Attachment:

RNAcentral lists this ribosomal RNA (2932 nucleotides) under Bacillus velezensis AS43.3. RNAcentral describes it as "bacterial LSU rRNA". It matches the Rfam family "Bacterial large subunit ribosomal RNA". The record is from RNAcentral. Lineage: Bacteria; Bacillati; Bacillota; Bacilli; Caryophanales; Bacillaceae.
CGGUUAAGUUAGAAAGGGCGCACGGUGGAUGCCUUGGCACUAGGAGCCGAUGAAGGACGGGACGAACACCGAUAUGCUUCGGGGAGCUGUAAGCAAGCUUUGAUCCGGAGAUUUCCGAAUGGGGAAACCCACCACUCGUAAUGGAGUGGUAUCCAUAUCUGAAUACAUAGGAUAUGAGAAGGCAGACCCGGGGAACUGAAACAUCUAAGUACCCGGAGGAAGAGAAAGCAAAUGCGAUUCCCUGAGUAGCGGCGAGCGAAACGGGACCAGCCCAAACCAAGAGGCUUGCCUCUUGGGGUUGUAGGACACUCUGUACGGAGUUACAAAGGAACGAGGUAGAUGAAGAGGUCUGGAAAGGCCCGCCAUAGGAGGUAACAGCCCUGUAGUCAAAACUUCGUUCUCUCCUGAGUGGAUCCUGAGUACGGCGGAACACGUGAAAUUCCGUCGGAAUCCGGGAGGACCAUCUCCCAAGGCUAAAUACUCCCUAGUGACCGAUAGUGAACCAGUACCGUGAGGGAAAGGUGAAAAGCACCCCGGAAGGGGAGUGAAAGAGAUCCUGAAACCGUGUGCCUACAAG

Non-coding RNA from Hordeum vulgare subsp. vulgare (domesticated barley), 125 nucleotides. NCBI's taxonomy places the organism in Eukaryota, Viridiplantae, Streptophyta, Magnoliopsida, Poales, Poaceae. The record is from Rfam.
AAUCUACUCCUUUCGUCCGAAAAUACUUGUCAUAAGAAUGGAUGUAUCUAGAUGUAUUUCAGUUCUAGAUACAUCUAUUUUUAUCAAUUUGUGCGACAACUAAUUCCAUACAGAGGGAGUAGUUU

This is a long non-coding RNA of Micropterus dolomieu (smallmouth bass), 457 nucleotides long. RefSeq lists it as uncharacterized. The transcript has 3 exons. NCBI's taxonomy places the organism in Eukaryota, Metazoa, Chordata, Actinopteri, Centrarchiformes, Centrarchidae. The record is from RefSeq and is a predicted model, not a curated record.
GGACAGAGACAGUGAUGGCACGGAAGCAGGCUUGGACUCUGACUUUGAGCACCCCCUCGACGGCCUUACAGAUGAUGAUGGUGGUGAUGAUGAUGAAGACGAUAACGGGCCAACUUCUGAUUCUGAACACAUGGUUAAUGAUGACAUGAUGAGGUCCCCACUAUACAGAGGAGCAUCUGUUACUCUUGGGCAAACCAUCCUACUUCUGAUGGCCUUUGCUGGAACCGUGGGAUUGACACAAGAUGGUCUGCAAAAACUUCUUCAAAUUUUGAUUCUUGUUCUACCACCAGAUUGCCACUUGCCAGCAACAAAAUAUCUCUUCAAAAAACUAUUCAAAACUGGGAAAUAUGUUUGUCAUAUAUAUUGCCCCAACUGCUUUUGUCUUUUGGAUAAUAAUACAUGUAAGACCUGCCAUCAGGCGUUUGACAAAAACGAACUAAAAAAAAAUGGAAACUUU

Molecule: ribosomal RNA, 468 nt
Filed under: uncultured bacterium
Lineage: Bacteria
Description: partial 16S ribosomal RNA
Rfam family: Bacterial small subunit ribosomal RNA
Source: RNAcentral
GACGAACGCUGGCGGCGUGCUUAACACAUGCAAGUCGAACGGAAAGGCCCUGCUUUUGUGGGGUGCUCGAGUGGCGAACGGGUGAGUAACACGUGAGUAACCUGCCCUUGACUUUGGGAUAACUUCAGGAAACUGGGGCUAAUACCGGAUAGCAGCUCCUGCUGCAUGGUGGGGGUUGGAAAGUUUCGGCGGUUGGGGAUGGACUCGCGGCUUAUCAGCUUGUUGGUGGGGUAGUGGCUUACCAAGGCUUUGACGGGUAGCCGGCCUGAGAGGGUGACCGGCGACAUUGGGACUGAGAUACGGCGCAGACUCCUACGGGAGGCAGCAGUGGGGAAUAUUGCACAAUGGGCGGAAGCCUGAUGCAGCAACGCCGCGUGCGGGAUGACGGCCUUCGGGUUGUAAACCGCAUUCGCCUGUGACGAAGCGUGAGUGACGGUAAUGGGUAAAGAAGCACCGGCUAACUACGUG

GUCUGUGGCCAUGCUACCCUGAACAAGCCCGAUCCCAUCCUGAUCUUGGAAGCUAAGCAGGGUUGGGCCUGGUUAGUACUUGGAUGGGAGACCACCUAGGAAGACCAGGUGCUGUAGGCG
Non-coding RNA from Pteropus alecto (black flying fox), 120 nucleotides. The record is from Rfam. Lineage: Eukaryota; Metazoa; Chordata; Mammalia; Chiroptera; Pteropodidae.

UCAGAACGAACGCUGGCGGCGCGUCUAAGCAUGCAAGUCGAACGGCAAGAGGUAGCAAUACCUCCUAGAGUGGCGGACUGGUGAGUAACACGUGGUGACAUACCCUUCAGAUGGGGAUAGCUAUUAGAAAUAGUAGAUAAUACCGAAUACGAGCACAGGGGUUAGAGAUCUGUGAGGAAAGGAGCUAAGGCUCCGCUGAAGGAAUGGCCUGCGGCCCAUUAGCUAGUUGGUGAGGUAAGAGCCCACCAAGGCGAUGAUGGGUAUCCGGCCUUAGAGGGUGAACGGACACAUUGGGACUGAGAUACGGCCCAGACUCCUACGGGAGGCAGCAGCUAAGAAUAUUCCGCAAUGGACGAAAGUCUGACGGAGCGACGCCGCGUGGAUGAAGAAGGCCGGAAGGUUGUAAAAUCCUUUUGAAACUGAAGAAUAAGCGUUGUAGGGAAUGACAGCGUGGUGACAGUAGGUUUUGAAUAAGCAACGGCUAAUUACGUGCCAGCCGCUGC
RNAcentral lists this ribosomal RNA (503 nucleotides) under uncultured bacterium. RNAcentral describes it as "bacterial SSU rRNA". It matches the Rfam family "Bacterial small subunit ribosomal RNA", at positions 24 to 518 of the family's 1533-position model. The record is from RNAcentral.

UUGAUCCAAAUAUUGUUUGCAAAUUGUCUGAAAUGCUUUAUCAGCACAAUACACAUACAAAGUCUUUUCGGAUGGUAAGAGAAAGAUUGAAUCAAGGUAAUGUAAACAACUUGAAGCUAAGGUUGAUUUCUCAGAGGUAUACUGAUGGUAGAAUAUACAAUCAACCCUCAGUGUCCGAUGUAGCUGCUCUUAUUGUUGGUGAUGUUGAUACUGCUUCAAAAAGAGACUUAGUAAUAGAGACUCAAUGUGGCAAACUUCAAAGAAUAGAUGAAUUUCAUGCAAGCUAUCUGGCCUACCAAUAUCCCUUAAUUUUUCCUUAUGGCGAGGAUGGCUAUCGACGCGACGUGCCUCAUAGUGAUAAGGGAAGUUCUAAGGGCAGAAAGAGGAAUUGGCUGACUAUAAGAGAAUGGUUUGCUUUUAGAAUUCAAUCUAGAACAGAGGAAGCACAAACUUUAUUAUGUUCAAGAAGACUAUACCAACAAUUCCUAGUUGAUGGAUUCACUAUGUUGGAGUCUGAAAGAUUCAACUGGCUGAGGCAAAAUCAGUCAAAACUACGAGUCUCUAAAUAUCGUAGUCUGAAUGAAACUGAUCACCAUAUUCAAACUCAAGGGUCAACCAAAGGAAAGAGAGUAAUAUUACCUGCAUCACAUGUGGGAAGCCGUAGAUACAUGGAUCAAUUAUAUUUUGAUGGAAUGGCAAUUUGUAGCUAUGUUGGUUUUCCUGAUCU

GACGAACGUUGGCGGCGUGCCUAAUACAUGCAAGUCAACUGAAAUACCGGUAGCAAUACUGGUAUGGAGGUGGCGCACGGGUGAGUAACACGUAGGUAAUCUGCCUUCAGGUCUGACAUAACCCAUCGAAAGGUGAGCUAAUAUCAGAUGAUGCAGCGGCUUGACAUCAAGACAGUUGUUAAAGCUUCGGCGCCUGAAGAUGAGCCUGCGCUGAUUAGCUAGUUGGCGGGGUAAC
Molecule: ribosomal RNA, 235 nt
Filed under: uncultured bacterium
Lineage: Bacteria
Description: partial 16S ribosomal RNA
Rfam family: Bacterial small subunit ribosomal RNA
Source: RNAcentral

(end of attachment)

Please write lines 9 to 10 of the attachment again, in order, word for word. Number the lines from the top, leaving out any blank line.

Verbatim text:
Lineage: Bacteria
Description: partial 16S ribosomal RNA